History and Geography

Bhutan

History
The ancient period of Bhutan that dates from the beginning till the 8th century AD, was marked by rural settlement, domestication of animals, agriculture, the first advent of Buddhism and subsequent buildings of Buddhist temples.

The visit of Guru Padmasambhava and other Buddhists saints and scholars from India and Tibet marked the medieval Bhutan. Emergence of ruling clans and development of arts and architecture were also seen during this period.

Shabdrung Ngawang Namgyal, a leader of the Drukpa sect, came to Bhutan in 17th century. He introduced the dual system of Government and for the first time some degree of stability was maintained, which was unseen before. This did not last long. After Ngawang Namgyal’s death, successors became victims of intrigues and rivalries. The instability continued till the early 20th century.

The country’s modern period began with the establishment of monarchy in Bhutan. The powerful Bhutanese Chief, Ugyen Wangchuk crowned as the first hereditary ruler of Bhutan in 1907. The country’s self-imposed policy of isolation continued till the reign of the third king Jigme Dorji Wangchuk. He decided to shed this age-old policy and introduced the country to the outside world, bringing the country into the international mainstream.

Though the country is known as Bhutan to the outside world, to Bhutanese it has been known as Druk Yul ‘Land of the Thunder Dragon’. The people call themselves Drukpas.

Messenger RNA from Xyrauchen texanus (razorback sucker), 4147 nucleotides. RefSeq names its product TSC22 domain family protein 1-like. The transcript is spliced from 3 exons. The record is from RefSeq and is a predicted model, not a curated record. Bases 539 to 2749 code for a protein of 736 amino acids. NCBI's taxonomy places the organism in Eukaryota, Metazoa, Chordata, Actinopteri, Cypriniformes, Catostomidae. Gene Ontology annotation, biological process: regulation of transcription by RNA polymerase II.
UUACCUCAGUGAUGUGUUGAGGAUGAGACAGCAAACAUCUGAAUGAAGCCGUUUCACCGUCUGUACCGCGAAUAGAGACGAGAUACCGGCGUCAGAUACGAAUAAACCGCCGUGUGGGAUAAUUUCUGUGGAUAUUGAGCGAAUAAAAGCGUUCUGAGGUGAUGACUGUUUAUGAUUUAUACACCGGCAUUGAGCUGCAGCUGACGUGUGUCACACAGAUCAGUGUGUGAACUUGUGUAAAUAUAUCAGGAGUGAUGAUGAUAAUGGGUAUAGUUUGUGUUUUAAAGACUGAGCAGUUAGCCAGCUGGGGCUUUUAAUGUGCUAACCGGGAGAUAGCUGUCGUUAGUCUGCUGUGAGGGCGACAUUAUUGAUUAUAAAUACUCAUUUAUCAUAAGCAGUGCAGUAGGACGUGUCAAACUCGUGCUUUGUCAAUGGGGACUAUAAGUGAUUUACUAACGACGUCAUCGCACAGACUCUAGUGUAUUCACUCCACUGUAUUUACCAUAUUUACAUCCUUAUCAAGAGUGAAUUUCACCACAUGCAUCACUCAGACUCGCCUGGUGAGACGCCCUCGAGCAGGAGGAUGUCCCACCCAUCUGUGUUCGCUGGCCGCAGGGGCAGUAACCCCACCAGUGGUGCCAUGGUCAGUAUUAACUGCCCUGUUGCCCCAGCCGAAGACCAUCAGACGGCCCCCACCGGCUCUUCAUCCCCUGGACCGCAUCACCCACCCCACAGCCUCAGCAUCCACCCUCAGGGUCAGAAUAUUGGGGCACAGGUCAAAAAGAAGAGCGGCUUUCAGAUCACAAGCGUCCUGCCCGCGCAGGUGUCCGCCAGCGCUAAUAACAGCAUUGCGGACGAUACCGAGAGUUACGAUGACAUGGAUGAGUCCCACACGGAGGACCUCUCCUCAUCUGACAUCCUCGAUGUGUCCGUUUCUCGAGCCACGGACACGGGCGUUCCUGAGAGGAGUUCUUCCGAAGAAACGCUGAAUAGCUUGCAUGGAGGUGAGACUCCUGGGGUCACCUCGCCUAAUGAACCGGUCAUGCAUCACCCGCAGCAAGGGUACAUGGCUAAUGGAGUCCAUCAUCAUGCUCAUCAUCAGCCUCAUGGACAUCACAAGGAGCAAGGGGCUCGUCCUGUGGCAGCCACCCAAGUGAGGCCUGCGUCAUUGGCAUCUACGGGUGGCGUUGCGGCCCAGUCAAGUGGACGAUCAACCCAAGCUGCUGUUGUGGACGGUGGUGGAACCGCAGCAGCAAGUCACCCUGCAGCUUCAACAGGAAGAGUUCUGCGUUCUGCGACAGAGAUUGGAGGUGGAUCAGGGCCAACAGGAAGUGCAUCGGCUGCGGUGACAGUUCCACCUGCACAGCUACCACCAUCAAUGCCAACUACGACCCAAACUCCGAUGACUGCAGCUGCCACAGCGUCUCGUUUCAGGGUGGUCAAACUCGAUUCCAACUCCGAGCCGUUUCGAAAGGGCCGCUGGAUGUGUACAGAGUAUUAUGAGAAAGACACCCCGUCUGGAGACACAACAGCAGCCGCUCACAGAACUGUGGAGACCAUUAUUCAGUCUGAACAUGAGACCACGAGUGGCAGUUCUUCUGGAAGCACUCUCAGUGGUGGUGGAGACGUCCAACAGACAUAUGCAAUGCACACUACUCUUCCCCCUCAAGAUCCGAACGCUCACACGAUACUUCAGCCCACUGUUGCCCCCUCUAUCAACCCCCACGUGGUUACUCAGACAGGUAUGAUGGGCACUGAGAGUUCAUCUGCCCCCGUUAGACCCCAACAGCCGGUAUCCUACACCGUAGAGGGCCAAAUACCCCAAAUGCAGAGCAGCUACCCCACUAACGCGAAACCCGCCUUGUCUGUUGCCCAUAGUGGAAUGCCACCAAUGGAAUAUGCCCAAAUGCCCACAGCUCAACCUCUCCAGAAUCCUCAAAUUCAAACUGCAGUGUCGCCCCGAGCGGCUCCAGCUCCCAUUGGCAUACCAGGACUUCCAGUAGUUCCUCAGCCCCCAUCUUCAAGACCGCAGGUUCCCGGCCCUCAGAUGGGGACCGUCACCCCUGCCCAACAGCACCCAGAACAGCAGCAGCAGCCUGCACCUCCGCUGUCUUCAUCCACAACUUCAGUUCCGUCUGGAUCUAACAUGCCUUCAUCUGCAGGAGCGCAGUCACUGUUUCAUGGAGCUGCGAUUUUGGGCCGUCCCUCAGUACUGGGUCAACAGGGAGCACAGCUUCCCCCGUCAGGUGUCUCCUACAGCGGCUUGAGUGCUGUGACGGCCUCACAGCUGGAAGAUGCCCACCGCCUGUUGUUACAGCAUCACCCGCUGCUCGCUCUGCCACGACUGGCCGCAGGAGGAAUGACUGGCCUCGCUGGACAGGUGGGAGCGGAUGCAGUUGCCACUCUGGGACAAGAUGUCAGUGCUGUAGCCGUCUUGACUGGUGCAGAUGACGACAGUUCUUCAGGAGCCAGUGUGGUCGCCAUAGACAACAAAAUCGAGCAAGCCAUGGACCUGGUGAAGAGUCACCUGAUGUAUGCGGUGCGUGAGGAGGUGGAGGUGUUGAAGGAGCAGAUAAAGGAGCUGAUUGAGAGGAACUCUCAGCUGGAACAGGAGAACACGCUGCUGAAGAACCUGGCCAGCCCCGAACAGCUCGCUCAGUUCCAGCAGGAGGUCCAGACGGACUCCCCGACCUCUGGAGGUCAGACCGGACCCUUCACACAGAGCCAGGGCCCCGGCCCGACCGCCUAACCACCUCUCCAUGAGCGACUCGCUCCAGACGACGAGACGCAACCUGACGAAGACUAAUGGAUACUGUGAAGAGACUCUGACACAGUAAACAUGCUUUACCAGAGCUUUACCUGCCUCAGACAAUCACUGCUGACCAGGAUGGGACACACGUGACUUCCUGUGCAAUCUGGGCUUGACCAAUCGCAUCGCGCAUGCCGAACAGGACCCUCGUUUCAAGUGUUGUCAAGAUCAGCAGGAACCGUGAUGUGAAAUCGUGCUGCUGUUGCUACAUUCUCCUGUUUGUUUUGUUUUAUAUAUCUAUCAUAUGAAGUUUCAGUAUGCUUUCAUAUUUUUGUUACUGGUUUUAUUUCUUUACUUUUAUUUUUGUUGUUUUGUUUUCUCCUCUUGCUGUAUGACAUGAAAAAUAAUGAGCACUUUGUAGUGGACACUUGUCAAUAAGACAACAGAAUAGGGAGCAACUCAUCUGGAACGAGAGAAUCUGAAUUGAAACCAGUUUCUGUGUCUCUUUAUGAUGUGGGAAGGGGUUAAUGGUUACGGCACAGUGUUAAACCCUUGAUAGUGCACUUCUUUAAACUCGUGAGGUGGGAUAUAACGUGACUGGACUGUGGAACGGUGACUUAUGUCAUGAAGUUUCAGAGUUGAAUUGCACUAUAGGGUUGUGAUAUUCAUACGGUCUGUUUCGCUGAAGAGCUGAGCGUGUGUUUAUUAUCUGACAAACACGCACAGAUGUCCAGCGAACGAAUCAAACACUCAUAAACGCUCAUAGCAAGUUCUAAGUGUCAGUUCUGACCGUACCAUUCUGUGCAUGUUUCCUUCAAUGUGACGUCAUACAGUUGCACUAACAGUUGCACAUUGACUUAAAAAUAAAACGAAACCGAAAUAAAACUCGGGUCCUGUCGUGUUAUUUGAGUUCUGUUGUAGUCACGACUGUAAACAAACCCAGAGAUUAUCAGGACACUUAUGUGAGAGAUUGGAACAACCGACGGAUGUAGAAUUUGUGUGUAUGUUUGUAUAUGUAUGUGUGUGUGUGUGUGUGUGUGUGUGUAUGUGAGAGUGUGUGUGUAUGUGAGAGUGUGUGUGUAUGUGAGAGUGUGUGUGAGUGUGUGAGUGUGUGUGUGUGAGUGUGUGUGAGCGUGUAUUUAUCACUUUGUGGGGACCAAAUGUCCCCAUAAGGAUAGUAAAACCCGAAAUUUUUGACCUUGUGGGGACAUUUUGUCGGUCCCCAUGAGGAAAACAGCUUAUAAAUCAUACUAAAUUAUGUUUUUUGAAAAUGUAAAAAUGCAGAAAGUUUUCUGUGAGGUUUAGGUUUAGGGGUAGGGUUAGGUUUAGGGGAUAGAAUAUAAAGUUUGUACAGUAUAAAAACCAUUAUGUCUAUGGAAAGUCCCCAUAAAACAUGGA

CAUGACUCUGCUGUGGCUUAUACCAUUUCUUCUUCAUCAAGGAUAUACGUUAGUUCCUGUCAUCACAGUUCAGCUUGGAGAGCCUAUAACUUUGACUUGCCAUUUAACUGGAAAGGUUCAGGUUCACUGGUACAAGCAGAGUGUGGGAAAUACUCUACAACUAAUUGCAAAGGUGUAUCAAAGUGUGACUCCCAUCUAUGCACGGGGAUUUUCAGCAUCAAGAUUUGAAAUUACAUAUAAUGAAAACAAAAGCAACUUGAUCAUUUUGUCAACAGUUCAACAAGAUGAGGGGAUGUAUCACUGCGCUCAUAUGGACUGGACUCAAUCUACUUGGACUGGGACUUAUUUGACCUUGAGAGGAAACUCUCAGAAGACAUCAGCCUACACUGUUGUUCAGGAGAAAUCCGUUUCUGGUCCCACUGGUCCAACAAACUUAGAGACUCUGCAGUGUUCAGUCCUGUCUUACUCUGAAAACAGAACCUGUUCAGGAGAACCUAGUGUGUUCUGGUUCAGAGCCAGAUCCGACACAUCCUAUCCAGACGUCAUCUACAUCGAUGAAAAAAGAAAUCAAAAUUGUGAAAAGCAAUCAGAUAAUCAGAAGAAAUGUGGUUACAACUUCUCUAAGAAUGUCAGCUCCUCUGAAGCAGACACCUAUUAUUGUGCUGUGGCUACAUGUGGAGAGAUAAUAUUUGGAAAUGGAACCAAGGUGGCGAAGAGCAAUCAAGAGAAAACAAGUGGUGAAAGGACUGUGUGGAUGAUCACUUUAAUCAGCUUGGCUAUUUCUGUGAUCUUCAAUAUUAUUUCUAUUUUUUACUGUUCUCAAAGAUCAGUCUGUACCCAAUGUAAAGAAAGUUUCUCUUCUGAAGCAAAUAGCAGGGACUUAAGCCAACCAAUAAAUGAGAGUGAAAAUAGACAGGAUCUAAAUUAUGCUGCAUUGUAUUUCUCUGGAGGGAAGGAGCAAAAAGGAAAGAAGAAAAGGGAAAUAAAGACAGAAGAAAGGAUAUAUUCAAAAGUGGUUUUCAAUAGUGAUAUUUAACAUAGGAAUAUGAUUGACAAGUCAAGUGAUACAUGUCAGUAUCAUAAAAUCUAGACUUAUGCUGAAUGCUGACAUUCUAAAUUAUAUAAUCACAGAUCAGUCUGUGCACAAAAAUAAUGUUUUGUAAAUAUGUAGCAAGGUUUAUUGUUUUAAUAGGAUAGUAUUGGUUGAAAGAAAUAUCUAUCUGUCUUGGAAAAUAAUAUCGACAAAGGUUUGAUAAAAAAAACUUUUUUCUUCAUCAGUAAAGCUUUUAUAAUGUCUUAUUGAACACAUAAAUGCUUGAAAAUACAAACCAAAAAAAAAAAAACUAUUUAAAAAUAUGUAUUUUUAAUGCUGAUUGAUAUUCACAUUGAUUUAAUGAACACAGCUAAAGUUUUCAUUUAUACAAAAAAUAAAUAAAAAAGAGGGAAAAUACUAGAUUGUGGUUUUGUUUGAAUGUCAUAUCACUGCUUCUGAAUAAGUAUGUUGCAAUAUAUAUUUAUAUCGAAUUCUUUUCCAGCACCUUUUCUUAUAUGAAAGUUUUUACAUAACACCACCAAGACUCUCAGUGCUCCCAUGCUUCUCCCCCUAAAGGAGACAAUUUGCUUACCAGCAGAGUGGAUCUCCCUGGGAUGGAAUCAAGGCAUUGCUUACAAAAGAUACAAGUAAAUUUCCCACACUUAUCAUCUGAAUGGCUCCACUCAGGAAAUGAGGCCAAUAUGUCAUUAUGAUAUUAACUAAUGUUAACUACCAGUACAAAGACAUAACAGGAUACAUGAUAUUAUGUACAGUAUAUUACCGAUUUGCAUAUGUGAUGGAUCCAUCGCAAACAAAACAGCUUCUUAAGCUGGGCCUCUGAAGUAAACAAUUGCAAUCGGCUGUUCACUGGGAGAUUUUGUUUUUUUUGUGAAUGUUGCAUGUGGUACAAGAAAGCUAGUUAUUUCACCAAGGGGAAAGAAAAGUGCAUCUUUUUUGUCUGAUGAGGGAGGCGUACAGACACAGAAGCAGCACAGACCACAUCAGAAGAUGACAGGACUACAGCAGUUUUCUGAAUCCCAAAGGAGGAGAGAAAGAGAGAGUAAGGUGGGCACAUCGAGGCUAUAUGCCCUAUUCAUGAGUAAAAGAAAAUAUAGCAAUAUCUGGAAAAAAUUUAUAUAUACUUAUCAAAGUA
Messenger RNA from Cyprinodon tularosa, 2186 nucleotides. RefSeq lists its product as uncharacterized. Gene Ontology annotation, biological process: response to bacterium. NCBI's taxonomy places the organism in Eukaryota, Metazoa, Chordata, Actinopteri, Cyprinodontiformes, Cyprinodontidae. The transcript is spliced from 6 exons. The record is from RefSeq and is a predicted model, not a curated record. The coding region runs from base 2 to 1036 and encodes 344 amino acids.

Geography
Bhutan is a landlocked country wedged between the autonomous region of Tibet, China, in the north and India in the south along the lofty mountains of the eastern Himalayas. It is located between 88°45’and 92°10′ longitude east and between 26°40′ and 28°15′ latitude north. It covers 46,500 square kilometers and has population of 650,000 with seventy five percent of the population living on cultivation and livestock rearing.

The country can be divided into three major geographic zones: the southern foothills and plains with hot and humid climate, the hills and valleys in the center with moderate rainfall and the highland of the north with high mountains covered with snow almost throughout the year.

Bhutan is the land of complex gorges and valleys, soaring snow-peaked mountains and steep slopes, humid jungles and foothills, magnificent lakes and waterfalls, fast flowing rivers and streams and the richest biodiversity of flora and fauna.